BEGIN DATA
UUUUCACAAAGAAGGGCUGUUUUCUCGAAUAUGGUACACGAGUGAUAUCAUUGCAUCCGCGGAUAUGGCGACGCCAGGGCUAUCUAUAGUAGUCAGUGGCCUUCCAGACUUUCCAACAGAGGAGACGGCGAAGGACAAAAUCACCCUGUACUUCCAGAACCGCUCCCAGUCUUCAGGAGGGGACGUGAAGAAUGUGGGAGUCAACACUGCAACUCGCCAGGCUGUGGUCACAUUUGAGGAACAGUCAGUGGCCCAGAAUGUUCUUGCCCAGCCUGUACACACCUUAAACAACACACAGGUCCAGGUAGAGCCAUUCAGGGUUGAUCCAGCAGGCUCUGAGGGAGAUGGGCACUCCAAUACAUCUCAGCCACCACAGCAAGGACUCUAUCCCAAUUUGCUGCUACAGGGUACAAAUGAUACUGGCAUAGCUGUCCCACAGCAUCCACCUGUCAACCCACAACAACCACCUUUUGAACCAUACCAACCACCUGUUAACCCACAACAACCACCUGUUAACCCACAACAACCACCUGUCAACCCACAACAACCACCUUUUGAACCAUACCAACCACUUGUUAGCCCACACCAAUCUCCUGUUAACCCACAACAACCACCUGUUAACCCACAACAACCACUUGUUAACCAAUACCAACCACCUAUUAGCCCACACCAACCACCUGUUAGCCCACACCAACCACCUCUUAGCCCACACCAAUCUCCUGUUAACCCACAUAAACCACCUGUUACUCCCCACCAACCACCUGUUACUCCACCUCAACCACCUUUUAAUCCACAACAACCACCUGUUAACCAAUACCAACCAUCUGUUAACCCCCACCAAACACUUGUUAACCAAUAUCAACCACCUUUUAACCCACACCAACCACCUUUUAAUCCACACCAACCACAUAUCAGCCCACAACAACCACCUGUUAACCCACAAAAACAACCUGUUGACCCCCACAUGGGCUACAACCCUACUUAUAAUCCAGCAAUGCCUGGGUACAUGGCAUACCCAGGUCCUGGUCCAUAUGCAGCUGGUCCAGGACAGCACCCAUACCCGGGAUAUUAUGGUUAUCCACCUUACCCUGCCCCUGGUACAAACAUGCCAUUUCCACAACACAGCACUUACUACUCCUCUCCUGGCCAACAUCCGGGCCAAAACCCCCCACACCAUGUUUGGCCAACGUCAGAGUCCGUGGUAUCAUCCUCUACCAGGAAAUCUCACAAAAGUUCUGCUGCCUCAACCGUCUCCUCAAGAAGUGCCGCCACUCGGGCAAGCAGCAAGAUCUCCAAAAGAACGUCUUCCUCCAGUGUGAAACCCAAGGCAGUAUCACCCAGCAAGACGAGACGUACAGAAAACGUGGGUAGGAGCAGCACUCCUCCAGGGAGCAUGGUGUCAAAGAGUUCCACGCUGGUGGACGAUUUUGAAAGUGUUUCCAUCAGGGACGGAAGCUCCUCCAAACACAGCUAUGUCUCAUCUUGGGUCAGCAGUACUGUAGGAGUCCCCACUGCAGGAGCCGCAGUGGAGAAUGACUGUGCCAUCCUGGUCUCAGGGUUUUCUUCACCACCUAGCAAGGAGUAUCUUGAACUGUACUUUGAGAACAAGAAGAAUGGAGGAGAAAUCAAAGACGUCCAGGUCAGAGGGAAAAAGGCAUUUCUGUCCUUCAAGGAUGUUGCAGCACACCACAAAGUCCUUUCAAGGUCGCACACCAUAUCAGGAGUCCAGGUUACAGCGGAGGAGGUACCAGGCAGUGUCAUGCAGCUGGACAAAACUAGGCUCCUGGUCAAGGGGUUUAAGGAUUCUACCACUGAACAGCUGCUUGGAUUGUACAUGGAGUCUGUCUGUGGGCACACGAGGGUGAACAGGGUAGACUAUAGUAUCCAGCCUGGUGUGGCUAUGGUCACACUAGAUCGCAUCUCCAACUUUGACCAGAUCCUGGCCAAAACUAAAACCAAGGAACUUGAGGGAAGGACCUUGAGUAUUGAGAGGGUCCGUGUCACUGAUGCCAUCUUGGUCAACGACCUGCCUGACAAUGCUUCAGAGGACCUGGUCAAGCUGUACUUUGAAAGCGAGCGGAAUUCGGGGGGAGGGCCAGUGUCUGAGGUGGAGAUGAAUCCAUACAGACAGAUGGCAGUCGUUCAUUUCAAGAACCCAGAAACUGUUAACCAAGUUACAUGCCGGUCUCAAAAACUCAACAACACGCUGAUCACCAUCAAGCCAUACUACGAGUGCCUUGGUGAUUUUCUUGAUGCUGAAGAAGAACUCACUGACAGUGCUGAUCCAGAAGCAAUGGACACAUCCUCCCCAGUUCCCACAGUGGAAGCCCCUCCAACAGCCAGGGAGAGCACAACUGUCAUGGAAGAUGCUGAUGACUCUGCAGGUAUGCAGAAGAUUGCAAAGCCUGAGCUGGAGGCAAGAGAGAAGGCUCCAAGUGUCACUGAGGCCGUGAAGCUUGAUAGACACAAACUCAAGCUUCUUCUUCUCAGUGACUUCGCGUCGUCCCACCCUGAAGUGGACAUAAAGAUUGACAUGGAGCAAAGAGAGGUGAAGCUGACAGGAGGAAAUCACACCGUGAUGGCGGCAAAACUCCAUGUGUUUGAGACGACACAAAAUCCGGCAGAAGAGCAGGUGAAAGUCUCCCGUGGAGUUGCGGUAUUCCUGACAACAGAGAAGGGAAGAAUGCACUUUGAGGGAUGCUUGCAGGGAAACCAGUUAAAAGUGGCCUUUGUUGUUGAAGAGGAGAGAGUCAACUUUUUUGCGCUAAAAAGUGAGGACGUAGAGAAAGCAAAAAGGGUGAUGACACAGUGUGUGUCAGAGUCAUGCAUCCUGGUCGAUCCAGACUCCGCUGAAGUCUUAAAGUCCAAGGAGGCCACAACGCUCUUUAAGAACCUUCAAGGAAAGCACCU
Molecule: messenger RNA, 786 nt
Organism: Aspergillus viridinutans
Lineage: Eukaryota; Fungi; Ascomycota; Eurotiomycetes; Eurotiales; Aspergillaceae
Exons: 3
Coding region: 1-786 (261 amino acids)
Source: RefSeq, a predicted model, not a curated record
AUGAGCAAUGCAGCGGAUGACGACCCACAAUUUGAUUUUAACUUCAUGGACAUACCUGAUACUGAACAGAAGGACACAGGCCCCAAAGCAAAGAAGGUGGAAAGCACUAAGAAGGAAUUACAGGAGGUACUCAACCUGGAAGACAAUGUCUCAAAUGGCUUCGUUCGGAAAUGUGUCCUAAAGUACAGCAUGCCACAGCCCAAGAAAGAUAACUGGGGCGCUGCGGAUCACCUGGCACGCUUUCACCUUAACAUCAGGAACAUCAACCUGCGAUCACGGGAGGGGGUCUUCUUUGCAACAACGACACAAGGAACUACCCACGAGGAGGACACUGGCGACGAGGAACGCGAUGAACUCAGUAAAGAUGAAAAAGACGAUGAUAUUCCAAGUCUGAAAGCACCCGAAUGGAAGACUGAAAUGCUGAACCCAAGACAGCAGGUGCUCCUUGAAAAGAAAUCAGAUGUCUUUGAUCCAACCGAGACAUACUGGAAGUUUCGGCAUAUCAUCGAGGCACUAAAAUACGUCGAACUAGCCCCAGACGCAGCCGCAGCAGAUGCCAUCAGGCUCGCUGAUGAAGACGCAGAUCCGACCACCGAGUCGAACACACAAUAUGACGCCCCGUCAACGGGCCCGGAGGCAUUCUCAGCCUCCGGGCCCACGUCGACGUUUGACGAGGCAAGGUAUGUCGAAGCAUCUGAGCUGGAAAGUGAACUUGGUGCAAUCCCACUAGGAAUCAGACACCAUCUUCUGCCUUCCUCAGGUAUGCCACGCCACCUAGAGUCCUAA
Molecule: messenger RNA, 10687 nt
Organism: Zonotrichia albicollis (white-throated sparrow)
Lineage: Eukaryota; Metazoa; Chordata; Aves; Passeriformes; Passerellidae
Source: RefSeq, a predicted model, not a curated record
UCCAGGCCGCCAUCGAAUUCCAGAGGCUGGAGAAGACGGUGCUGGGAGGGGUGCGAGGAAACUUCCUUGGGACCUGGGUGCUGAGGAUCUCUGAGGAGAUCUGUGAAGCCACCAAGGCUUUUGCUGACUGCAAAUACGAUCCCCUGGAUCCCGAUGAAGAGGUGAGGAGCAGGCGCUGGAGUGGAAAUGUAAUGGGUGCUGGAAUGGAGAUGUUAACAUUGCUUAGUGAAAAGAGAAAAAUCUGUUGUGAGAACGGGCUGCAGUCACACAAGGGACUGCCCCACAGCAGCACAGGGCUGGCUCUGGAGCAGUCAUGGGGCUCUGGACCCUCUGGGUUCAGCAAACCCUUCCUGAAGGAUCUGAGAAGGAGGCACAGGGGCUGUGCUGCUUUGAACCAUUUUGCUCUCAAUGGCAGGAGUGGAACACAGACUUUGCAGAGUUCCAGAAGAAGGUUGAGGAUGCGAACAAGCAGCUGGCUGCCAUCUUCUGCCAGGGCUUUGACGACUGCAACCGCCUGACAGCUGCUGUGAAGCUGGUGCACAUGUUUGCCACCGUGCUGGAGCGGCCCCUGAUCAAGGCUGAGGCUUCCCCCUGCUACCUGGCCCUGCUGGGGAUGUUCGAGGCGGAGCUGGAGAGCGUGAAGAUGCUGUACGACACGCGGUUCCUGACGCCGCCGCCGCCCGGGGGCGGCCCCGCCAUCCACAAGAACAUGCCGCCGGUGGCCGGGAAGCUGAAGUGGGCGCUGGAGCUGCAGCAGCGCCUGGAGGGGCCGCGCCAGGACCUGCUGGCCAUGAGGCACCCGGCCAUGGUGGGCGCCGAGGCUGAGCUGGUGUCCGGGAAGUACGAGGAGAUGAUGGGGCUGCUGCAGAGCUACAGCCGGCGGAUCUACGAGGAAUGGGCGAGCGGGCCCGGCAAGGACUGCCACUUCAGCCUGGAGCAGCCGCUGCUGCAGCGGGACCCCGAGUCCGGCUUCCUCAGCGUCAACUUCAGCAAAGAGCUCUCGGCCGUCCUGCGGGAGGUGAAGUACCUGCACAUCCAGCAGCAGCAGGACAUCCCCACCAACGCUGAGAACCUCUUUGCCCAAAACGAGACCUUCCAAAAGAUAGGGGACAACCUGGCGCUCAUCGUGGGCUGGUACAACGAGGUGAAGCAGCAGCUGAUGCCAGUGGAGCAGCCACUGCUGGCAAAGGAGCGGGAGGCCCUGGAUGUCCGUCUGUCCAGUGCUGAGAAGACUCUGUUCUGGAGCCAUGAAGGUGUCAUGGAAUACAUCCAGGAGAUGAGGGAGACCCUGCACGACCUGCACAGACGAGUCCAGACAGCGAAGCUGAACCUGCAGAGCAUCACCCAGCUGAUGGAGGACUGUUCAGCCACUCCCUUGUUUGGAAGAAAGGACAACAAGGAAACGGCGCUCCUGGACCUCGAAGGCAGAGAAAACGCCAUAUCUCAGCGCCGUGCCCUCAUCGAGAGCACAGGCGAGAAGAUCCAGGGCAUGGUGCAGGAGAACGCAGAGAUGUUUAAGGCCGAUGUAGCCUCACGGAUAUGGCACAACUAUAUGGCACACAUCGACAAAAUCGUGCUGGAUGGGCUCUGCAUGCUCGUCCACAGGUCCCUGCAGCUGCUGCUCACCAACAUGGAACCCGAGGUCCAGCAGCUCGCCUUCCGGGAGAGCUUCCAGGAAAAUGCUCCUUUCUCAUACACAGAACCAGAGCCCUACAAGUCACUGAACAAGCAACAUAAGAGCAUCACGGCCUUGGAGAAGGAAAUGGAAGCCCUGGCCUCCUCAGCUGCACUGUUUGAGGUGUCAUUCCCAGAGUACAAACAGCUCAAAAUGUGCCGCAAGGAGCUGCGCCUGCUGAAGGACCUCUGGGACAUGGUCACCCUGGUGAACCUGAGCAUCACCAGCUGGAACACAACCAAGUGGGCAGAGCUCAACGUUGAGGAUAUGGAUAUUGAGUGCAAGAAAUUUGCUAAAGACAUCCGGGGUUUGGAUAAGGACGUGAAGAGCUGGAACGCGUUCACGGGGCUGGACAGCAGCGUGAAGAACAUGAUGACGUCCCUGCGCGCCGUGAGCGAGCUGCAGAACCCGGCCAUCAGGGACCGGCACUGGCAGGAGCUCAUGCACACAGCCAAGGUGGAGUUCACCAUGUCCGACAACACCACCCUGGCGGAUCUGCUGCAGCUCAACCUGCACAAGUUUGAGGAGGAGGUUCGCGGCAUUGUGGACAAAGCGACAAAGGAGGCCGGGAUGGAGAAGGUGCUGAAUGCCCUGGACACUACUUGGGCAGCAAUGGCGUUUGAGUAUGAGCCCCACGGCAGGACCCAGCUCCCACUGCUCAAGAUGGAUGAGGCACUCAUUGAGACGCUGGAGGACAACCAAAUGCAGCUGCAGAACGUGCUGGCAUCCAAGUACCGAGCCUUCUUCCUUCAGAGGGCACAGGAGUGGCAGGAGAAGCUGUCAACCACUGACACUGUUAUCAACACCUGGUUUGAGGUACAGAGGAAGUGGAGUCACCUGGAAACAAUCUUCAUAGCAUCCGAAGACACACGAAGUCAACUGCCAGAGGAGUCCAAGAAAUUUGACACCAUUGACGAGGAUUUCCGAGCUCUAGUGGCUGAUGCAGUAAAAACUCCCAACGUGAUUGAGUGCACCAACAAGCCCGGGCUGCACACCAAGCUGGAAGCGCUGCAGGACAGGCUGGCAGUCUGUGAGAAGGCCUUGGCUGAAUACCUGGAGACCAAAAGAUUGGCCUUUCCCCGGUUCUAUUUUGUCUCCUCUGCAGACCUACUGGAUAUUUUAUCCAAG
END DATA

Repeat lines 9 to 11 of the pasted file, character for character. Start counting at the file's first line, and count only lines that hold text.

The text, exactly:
Molecule: messenger RNA, 10687 nt
Organism: Zonotrichia albicollis (white-throated sparrow)
Lineage: Eukaryota; Metazoa; Chordata; Aves; Passeriformes; Passerellidae